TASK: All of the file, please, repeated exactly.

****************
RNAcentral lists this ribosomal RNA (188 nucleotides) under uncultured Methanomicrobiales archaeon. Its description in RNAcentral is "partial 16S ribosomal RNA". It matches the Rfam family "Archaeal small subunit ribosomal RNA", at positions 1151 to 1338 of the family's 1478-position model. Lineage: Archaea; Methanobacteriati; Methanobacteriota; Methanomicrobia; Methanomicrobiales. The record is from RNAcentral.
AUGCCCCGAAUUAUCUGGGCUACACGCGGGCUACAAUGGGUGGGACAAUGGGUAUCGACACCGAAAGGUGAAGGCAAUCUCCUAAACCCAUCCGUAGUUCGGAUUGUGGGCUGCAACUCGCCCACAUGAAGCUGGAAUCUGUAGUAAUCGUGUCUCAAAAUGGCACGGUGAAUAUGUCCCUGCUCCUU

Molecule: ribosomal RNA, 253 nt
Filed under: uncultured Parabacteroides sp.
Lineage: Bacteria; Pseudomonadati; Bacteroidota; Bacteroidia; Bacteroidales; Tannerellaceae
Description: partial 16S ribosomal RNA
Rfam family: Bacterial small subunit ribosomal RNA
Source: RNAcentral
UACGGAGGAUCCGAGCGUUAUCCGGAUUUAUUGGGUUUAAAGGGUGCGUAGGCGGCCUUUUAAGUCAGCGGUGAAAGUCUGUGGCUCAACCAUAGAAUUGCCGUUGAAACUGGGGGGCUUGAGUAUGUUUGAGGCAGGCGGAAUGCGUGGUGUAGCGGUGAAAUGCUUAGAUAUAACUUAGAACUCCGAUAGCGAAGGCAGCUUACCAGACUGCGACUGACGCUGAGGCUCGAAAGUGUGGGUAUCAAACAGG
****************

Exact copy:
RNAcentral lists this ribosomal RNA (188 nucleotides) under uncultured Methanomicrobiales archaeon. Its description in RNAcentral is "partial 16S ribosomal RNA". It matches the Rfam family "Archaeal small subunit ribosomal RNA", at positions 1151 to 1338 of the family's 1478-position model. Lineage: Archaea; Methanobacteriati; Methanobacteriota; Methanomicrobia; Methanomicrobiales. The record is from RNAcentral.
AUGCCCCGAAUUAUCUGGGCUACACGCGGGCUACAAUGGGUGGGACAAUGGGUAUCGACACCGAAAGGUGAAGGCAAUCUCCUAAACCCAUCCGUAGUUCGGAUUGUGGGCUGCAACUCGCCCACAUGAAGCUGGAAUCUGUAGUAAUCGUGUCUCAAAAUGGCACGGUGAAUAUGUCCCUGCUCCUU

Molecule: ribosomal RNA, 253 nt
Filed under: uncultured Parabacteroides sp.
Lineage: Bacteria; Pseudomonadati; Bacteroidota; Bacteroidia; Bacteroidales; Tannerellaceae
Description: partial 16S ribosomal RNA
Rfam family: Bacterial small subunit ribosomal RNA
Source: RNAcentral
UACGGAGGAUCCGAGCGUUAUCCGGAUUUAUUGGGUUUAAAGGGUGCGUAGGCGGCCUUUUAAGUCAGCGGUGAAAGUCUGUGGCUCAACCAUAGAAUUGCCGUUGAAACUGGGGGGCUUGAGUAUGUUUGAGGCAGGCGGAAUGCGUGGUGUAGCGGUGAAAUGCUUAGAUAUAACUUAGAACUCCGAUAGCGAAGGCAGCUUACCAGACUGCGACUGACGCUGAGGCUCGAAAGUGUGGGUAUCAAACAGG